“The Church Re-emerges,” by Andrew Schatkin

When I was a young man in the 1960s and early l970s, it was bandied about and was fashionable to say that “God is dead.” At one time, as a response to this saying, I saw buttons that read “God is not dead; he is alive and well in Mexico City.” Times have greatly altered and in fact religion, so to speak, has made a comeback and has even in the United States gained some power that it formerly lacked. Specifically, with the election of Jimmy Carter, who pronounced himself a born-again Christian, Christian belief in its conservative Protestant form has gained some acceptance. Further, with the election of Ronald Reagan, Evangelical Christianity allied itself with the Republican party on certain social issues, specifically abortion and homosexuality.

Since that time, however, many people have identified themselves as atheists. This is certainly true in Europe, which has become significantly secular and non-Christian in its outlook. This development has also been advancing in the United States with the culture’s great emphasis on material possessions and wealth as a measurement and criterion and measuring stick of worth and value for many people. Secularist, agnostic, and atheistic beliefs are held by many people, particularly in the fairly well-educated wealthier classes of the West. It would appear that Christian belief has a great appeal to the poor and less to those with some material wealth. One can conclude that the reason for this is that when one has some sum of money, he or she is less dependent on religious faith, since wealth creates some degree of spiritual independence.

Nevertheless, at least for the better-educated upper middle class people for most of the Western World, religion and Christianity, the person of Jesus Christ and his message, have become irrelevant and unacceptable. I heard one colleague of mine, a lawyer, say that religious belief and dogma are fairy tales. Many young people I meet have pronounced themselves to be atheists.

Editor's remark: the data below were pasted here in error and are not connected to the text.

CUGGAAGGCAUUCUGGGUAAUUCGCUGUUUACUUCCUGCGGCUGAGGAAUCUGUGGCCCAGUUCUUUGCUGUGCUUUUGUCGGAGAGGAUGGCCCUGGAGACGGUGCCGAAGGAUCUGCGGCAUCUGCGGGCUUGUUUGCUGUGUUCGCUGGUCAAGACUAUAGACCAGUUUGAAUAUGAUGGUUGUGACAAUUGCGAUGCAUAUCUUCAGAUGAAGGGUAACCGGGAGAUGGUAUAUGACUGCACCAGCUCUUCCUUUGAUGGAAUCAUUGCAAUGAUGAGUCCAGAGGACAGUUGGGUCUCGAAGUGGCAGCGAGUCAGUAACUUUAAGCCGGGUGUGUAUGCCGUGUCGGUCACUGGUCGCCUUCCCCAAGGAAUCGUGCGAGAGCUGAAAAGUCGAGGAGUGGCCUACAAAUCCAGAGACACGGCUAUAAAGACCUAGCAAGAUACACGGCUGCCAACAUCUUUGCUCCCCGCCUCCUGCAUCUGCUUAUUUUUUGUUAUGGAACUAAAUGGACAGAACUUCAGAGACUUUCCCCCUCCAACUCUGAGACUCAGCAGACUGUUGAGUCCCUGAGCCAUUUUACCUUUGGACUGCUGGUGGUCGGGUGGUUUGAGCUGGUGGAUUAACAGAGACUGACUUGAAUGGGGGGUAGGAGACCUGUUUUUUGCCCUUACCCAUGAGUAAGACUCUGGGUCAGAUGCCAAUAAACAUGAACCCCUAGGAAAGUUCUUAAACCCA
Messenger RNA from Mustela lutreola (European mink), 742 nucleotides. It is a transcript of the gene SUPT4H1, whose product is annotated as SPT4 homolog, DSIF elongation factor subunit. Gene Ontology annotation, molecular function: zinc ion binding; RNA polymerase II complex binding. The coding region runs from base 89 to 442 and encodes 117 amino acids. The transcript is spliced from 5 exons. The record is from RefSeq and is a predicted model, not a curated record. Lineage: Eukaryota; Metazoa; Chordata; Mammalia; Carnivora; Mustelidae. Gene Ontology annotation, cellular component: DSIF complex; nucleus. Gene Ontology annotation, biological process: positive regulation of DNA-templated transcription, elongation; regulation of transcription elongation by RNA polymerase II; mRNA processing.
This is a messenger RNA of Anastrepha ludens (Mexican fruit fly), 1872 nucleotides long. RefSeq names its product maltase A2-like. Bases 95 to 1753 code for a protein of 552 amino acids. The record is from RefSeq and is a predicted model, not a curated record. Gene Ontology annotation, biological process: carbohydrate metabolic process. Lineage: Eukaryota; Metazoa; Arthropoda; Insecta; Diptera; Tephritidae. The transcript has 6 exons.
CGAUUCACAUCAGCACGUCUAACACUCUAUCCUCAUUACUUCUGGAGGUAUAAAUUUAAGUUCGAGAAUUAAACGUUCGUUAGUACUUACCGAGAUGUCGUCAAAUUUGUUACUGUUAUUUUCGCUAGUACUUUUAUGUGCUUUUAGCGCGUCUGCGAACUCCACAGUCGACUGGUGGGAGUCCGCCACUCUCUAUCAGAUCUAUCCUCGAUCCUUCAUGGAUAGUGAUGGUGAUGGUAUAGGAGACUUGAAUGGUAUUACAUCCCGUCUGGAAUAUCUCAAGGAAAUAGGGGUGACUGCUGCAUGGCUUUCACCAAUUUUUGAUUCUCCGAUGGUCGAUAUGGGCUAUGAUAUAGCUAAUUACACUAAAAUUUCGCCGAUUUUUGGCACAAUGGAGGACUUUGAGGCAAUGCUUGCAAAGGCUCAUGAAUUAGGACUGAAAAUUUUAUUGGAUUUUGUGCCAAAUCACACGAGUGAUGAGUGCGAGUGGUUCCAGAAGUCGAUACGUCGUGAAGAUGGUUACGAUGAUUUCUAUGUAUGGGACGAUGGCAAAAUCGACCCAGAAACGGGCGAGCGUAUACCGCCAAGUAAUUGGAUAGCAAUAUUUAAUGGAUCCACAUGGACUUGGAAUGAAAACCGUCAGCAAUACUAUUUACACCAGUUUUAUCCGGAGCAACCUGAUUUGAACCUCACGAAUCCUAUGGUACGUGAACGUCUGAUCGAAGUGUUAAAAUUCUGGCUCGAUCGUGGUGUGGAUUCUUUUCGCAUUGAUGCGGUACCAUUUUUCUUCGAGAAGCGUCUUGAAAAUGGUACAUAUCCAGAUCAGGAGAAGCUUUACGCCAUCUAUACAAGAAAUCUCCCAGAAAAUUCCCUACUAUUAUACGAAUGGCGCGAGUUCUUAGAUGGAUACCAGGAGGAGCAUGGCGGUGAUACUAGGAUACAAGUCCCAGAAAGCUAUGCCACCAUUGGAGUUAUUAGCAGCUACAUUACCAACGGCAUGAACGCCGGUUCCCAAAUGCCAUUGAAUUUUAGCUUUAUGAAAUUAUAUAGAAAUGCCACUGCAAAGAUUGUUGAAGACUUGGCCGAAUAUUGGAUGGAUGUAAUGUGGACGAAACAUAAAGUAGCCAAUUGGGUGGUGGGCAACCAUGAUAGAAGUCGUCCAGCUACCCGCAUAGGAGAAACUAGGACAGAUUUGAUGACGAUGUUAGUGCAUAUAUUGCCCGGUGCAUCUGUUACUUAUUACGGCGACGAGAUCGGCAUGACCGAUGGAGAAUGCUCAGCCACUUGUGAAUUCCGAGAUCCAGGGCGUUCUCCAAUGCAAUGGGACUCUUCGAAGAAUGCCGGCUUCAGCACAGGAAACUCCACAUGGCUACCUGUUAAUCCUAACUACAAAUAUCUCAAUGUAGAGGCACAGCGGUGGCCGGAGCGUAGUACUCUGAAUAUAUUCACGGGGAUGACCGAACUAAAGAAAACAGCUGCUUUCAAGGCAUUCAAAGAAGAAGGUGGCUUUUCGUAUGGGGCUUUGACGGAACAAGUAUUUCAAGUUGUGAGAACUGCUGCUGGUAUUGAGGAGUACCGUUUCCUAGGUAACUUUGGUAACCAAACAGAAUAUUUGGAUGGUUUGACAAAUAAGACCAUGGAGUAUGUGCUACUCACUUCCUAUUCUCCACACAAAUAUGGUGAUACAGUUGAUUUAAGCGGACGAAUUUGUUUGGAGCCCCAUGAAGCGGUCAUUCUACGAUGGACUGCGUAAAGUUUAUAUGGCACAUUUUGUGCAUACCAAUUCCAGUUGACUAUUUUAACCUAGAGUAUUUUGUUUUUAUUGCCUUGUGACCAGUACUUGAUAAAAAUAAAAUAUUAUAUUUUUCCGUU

The church and specifically the person and claim of Jesus Christ to be the Son of God or, better put, connected to God and his promise that those who accept him will have eternal life, is irrelevant to many people in the Western world.

It is, however, a fact that the Church and Jesus Christ continue to reemerge and reinvent themselves in the world. For 60 years, the Orthodox church was suppressed in Russia. It has reemerged there today and many people attend religious functions in the Orthodox Church as well as in Catholic and Protestant churches. For every declining mainline church in the West, there emerges in the inner cities of the United States street churches. For every non-believing Westerner, there is an African who is daily being baptized by a missionary. I once knew a Jesuit Priest from Nigeria who told me that he went into the countryside baptizing over 100 people a day.

The church is experiencing enormous growth in Africa, Asia, and South America. For every clever secular westerner who laughs and mocks at the claim of Jesus of Nazareth and his promise of eternal life and freedom from sin, there occur in societies other than the West all over the world every day a church being built, a Christian community meeting, and new forms of Christian belief emerging.

What can one say about Jesus? Much as the elite laugh at the claims of Jesus Christ, he continues to reemerge everywhere and in every place. One can conclude that much as the world would like to discount Jesus Christ as the Savior and Redeemer of all humanity, he cannot be suppressed but will be found in other places and at other times in different, new, and reinvented ways.